On October 13, one month after the communal riots in Muzaffarnagar and Shamli districts in western Uttar Pradesh began, two imams from Haryana’s Mewat district — Hafeez Rashidi and Shahid — visited the home of Liaquat Ali in Kulehri village near Charthwal Kasbah in Muzaffarnagar.
The headmaster at a government-run junior high school in Jalalabad, Liaquat, 60, had apparently met Shahid in Deoband earlier that month, during the last week preceding Bakr-Id.
“On October 13, in the evening, I got a call from Shahid. He was introduced to me as an imam in Mewat, who’s been doing a lot of good work there. When he called, he said he was coming to Muzaffarnagar and wished to stay the night,” Liaquat told The Indian Express.
Shahid came over that night but he was not alone.
“A man, who I learnt later was Hafeez, was with him. Shahid told me that he was also from Mewat and the two helped the community together. I had told them that there was tension in the area and it wasn’t a good time to come. But they insisted on coming that very night,” said Ali.
The two imams stayed the night at Liaquat’s home. The next day, they said they had to go to the nearest train station. Liaquat, who was on his way to work, offered them a lift in his Maruti car. Liaquat said that while on the way to the Thanabhawan railway station, they stopped for a few minutes at the mosque of Liaquat’s moulvi friend Zamiruddin in Jalalabad village in Shamli district.
“Jalalabad is on the way to the railway station and I had called Zamiruddin for some work, and he happened to be in almost the same spot I was. So we met. While we met, I went to relieve myself in the nearby bathroom and the three of them were alone. When I came back…we said our goodbyes and then I dropped them to the railway station,” Liaquat said.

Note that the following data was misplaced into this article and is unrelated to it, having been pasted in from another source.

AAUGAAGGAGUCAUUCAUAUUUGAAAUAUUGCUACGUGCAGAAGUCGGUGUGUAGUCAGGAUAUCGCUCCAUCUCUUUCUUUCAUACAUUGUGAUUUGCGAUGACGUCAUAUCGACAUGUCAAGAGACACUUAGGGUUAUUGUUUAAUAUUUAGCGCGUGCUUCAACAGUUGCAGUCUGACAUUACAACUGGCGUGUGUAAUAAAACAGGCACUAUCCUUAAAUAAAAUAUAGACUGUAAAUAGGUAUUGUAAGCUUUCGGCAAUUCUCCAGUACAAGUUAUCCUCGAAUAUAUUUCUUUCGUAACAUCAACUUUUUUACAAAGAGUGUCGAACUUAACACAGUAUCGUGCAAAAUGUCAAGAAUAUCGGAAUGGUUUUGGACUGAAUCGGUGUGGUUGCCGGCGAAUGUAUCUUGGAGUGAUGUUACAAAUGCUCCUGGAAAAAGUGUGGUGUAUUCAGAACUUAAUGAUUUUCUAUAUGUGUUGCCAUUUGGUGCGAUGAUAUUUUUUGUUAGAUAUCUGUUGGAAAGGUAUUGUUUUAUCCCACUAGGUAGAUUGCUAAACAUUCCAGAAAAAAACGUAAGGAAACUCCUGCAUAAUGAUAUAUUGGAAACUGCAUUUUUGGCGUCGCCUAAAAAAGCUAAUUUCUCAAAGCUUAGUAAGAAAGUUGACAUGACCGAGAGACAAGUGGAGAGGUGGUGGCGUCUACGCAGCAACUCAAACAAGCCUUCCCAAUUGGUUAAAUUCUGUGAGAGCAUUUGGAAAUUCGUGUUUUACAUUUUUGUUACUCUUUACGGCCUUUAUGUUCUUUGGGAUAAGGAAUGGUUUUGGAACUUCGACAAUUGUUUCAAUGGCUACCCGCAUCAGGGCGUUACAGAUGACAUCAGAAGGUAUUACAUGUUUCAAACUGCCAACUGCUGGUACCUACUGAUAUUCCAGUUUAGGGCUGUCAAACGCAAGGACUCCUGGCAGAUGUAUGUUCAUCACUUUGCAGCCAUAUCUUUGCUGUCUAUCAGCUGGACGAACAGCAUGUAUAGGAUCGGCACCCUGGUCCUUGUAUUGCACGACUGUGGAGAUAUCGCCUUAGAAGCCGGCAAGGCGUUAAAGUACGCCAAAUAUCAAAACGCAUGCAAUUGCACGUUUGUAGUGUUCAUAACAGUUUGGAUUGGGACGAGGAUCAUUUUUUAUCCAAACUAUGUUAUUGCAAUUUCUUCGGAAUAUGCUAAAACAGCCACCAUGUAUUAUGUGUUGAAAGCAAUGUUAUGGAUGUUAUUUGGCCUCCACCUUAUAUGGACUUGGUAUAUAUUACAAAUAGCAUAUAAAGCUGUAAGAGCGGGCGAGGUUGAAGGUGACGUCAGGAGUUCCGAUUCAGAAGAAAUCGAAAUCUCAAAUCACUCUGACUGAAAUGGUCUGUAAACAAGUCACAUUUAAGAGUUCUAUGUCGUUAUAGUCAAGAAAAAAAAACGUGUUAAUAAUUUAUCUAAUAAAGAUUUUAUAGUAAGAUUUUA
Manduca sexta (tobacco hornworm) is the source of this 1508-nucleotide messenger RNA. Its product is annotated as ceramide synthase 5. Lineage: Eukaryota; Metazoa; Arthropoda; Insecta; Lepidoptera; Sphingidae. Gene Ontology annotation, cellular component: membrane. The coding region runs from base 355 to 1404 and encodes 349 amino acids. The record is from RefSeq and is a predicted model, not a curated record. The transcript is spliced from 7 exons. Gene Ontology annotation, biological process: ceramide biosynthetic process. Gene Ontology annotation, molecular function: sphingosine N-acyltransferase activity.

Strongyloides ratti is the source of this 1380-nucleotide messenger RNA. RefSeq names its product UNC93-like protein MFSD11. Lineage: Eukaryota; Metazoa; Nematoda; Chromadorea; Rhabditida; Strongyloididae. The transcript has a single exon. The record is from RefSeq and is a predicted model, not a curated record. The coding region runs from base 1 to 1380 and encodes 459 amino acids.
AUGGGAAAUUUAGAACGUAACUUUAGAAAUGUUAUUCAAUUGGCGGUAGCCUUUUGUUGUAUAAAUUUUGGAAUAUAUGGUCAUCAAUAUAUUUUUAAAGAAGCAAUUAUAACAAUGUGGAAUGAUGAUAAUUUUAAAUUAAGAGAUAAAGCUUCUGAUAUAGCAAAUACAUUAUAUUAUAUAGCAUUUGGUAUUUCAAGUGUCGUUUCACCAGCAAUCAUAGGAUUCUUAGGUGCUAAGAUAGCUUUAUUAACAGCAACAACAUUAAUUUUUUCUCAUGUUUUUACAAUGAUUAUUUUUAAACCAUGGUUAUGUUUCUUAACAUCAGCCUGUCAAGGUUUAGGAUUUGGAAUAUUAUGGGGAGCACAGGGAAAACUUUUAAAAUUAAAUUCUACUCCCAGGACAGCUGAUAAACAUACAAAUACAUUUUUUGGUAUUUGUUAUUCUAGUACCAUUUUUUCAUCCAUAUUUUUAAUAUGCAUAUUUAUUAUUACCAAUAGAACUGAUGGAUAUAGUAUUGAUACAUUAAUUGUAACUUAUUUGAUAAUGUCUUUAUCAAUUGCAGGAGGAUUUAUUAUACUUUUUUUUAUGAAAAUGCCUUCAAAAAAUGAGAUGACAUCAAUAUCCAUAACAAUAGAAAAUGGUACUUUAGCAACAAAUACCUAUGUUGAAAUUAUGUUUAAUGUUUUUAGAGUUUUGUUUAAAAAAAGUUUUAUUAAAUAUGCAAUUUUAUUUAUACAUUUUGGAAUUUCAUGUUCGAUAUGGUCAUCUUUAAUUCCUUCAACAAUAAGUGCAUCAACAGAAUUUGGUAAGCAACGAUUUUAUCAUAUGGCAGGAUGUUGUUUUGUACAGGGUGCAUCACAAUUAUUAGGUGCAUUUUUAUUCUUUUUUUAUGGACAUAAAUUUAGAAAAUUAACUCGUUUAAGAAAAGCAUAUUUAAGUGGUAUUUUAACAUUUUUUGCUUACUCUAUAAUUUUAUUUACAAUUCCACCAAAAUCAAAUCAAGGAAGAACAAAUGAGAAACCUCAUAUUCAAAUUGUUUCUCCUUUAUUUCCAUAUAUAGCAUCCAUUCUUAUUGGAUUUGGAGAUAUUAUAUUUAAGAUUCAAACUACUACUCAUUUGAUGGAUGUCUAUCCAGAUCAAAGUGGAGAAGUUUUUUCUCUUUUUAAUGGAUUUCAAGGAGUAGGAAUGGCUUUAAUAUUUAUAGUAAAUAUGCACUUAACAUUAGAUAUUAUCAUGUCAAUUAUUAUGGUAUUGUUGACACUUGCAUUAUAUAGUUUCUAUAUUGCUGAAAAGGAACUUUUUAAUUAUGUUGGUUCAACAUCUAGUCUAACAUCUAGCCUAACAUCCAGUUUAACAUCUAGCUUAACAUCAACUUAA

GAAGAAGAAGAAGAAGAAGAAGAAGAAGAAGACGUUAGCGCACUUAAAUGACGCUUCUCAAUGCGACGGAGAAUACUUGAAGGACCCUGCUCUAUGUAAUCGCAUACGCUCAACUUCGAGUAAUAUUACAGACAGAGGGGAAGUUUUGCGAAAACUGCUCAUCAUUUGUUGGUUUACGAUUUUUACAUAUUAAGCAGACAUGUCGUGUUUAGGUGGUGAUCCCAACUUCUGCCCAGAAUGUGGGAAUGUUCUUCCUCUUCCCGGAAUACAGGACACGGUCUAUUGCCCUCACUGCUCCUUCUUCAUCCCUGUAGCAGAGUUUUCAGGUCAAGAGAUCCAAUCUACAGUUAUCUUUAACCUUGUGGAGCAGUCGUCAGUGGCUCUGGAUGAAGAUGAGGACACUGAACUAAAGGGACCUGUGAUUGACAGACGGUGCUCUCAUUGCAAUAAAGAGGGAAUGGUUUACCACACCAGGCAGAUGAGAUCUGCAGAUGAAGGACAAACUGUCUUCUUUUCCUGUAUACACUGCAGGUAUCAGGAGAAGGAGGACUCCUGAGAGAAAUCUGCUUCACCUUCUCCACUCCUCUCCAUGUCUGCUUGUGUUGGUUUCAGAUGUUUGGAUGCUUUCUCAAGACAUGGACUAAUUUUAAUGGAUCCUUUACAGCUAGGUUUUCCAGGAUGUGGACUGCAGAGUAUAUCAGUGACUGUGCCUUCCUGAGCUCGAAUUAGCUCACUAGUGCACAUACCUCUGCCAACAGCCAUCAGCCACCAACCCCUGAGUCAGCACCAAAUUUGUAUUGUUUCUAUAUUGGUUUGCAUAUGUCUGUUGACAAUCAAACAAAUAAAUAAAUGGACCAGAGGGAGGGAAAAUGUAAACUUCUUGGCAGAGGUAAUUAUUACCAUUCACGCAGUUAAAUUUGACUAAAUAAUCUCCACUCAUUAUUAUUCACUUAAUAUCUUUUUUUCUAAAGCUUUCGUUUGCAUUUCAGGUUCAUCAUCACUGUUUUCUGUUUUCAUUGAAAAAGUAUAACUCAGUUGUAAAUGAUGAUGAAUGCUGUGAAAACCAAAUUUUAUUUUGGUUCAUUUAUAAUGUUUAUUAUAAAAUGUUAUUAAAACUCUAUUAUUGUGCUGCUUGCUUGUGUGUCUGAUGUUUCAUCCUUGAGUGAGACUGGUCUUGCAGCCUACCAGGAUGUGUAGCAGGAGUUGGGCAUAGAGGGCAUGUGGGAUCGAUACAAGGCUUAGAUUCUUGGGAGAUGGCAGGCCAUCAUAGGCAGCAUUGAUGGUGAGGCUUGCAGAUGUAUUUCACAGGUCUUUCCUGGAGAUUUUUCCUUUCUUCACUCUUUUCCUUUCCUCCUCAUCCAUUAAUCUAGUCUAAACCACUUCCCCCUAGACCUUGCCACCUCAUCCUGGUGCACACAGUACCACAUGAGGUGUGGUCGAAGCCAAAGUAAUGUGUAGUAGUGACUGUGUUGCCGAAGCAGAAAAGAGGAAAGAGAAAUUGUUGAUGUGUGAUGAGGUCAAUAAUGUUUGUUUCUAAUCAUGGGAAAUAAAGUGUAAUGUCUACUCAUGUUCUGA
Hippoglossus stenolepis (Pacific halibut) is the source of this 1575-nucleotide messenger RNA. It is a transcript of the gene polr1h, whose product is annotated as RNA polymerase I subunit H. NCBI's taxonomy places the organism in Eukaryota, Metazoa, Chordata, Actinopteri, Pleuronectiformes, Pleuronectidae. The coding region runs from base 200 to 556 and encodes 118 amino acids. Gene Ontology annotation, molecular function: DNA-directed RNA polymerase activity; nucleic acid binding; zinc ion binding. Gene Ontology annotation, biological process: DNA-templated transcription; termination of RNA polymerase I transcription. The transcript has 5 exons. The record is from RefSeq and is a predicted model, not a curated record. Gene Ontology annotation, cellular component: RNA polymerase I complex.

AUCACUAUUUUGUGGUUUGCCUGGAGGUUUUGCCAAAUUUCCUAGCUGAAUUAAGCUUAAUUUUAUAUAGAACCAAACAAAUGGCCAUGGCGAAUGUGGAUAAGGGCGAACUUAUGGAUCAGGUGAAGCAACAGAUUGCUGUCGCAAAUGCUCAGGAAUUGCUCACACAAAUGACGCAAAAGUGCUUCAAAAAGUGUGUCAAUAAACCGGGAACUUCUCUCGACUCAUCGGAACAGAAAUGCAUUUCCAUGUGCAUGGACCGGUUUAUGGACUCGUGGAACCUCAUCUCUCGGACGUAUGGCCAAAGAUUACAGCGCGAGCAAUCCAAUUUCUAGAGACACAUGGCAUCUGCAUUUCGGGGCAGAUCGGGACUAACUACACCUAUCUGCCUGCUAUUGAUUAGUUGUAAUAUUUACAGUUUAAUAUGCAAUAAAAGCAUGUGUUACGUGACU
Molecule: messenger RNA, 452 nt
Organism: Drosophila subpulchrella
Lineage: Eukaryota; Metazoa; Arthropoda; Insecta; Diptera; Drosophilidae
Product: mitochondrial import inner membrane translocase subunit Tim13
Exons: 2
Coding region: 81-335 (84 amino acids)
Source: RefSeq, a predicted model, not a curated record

Zamiruddin, 52, called Liaquat 15 days after this “chance meeting” and said “the two men were up to no good”.
Weeks later in December, the two imams were arrested by the Special Cell of Delhi Police on suspicion of being Lashkar-e-Toiba operatives and plotting a terror attack on the capital. Police claim the two also told interrogators that they had visited the riot-hit areas of Muzaffarnagar and Shamli to recruit young men and avenge the suffering of Muslim victims during the Muslim-Jat riots in the two districts.
On January 3, Special Cell officers are said to have turned up at the doorsteps of Liaquat and Zamiruddin. On January 6, the two men went on to record their statements against the imams under section 164 CrPC in the chamber of a magistrate at Delhi’s Patiala House courts.
While Liaquat said that the first time he met anyone from Delhi Police was last week, Zamiruddin’s brother Ibadur Rahman claimed that their “association with the Delhi Police Special Cell was an old one”.
“I have always been impressed with the Delhi Police Special Cell, continued…
On Friday, the first question to the AAP was related to its “anti-national activities”.